This, she realized, is what it's like to wake up in bed with Tye Bertram.

“Tye?” A strong voice called up the stairwell, “Georgiana? We're back from the Vick household. If either of you are hungry, Fay's going to make breakfast!”

That was Edmund's voice. Emotion dashed across Tye's face. She couldn't tell if it was vast irritation, or immense relief. Tye pushed abruptly away from her. He was out of bed in one swift movement.

“That's my brother.”

“I’m sorry, I didn’t--” she wobbled, pushing the blanket down as she sat up. Tye’s pajamas were too big for her. The shirt, she realized with a flare of embarrassment, was so loose that the minute he'd rolled her onto her back, he’d endured a generous glimpse of her décolletage. Great, Georgie, she chided herself, readjusting the shirt, Maybe that explained the change in his face. That’s the last thing poor Tye probably wants to be subjected to. “I didn’t mean to inconvenience you last night.”

“You didn’t.” Tye's answer was tight.

It certainly looks like you’re fighting off some kind of headache, she thought.

His back faced her. His hands dragged up the back of his head, hard knuckles pushing through blond hair.

“You should get dressed,” he said brusquely. “I need a shower. I'll see you downstairs.”

“Oh.” She drew her knees up. “Okay.”

The door rattled when he left.


“Tye? Tye!” The young minister, catching sight of Tye down the hall, halted him before the older man could push the bathroom door shut. “How was your night with Georgie?”

Between the door and the frame, Tye stared his younger brother down. “Ed, I need a shower.”

Something cold, Tye decided decisively.

“I'm sure. I just--I felt bad leaving you here alone with Georgie.”

Tye’s tense fingers thrummed against the door. “She’s not a burden.”

“What happened?” Edmund frowned. “Did you two have a fight?”

Heat flashed in Tye’s eyes. “No.”

“Fay wanted to come up here and take your breakfast order.”

“Ask Georgie.” He nodded down the hall.

“But—” Edmund shook his head, “Tye, what happened?”

He was angry with himself. He was familiar with desire. He'd grown used to celibacy. He wasn't used to the two realities mingling like this. Nonetheless, it shouldn't have happened. She trusted him. She had a boyfriend. She'd called him her friend. Thank goodness for Edmund's arrival. He'd needed to get away from her. Never in his life had he felt such a potent blend of affection and aching need.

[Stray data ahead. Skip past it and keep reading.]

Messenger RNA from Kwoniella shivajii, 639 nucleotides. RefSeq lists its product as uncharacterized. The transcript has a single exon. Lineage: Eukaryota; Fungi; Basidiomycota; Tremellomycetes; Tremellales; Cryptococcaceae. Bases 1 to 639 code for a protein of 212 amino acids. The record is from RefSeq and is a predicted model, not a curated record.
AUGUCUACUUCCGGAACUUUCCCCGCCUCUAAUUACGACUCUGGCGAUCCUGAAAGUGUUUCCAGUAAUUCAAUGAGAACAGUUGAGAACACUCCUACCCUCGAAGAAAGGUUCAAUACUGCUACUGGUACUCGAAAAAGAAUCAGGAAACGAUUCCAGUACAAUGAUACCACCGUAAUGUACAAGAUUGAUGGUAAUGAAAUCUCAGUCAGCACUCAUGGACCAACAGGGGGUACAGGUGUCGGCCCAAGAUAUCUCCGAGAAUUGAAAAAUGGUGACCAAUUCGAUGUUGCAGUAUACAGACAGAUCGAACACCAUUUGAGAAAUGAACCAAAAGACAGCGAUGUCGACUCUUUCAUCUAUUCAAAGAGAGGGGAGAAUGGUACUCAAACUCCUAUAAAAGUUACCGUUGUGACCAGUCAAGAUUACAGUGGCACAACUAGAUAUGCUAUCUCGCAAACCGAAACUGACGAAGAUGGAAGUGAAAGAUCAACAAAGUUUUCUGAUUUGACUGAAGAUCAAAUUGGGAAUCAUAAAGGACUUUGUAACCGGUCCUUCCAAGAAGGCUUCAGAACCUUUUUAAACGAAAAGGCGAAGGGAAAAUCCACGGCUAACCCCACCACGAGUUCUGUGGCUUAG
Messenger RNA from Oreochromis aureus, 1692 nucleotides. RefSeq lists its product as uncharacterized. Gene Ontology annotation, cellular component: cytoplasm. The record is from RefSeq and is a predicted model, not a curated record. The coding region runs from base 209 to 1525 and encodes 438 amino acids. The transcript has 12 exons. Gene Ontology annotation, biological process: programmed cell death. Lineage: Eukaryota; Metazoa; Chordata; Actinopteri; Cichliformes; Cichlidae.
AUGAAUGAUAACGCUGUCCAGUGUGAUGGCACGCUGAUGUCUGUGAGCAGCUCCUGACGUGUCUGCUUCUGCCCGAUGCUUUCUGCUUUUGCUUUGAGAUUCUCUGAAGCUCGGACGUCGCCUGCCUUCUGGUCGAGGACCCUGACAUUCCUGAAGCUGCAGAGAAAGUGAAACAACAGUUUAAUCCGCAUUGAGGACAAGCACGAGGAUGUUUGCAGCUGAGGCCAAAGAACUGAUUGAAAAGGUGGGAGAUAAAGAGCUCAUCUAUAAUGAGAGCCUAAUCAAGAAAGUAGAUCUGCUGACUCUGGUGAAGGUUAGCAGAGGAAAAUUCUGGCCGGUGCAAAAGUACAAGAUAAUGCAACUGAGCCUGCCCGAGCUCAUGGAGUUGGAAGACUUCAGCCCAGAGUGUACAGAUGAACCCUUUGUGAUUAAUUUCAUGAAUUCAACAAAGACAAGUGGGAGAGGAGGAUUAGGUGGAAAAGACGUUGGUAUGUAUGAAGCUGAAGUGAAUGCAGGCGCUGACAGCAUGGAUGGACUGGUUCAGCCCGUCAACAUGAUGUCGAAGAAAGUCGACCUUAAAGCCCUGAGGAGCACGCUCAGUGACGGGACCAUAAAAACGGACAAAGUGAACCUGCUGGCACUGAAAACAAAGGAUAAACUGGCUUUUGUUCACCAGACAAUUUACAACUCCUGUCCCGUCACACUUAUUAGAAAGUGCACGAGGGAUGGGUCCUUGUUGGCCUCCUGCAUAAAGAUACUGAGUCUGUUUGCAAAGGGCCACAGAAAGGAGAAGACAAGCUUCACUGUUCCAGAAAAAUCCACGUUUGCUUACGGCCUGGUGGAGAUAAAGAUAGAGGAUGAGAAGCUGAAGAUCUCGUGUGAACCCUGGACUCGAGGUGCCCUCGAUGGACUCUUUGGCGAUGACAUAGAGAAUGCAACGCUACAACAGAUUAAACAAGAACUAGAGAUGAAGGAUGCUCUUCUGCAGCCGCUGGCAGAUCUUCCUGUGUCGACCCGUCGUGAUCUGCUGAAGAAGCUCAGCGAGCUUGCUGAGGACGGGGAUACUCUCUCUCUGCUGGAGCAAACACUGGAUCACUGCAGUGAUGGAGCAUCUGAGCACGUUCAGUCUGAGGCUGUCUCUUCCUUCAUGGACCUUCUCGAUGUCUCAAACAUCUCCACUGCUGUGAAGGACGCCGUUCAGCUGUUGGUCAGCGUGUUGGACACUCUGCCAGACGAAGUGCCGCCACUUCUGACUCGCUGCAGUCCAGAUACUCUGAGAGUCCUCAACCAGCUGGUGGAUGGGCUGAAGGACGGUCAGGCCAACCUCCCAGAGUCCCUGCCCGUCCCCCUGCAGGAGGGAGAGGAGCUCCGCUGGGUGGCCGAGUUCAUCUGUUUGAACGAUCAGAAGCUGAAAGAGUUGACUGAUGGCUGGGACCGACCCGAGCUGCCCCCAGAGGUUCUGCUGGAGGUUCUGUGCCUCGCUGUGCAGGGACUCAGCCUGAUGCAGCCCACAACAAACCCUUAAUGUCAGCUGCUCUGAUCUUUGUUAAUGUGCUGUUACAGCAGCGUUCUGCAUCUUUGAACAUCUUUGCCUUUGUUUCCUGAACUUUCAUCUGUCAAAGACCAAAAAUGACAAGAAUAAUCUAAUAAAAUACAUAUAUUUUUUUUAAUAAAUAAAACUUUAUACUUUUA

“Before you ask," Tye grumbled, "Georgiana’s innocent. It's my own fault. Next time I touch her, though, both of us need to be fully clothed.”

Edmund’s mouth fell open.

“Go check on her. I’ll see you in half an hour,” Tye commanded before shutting the door.


Georgiana did what she could to prepare for breakfast, climbing into yesterday's clothes, and securing her brown curls in two plaits. She studied her face in the mirror. In her own eyes, the plaits looked girlish. Tye's sweater swamped her.

Not exactly the sophisticated look she wanted around him, but it was the best she could do.

She padded down the hallway. Ice was still frozen on the window panes. It summoned a shiver from her. Snow was one thing, but that ice storm last night had touched on her deepest, long held fears. It had dredged up nightmares about her parents' death.

She didn't carry the memory of her parents' death the way Will did. His nightmares were worse. He'd been old enough to remember the accident. He bore the scars from it on his body. Occasionally, she knew he still relived that awful night when he slept.

Her nightmares were different. They were built from fragmented details she'd heard from Will, or from her own terrible imagination. Her nightmares varied, but the outline was the same. It always involved ice water, tears, and a dark space that she struggled to escape from.

She couldn't bring herself to share that with anyone, not even Tye.

Georgiana arrived downstairs first. She spent the next hour preparing coffee, watching Fay scramble eggs, and listening to stories about the sweet, rambunctious Vick children.

“I never knew it would be so hard to get two children to brush their teeth before bedtime.” Fay laughed. “I asked nicely. When that didn't work, I attempted to reason with them. One of them climbed into the bathtub and wouldn't get out. The other one cried whenever I turned the tap water on. By the end of our time in the bathroom, I wasn't sure I could handle dog sitting for anyone, let alone babysitting.”

“Don’t let her fool you.” Tye spoke up. He was leaning against the door frame, watching the two women. Whatever mood had overcome Tye, he’d shaken it off. The smile he gave was rueful. “Fay's a natural with kids.”

Feeling rushed over her when their eyes met.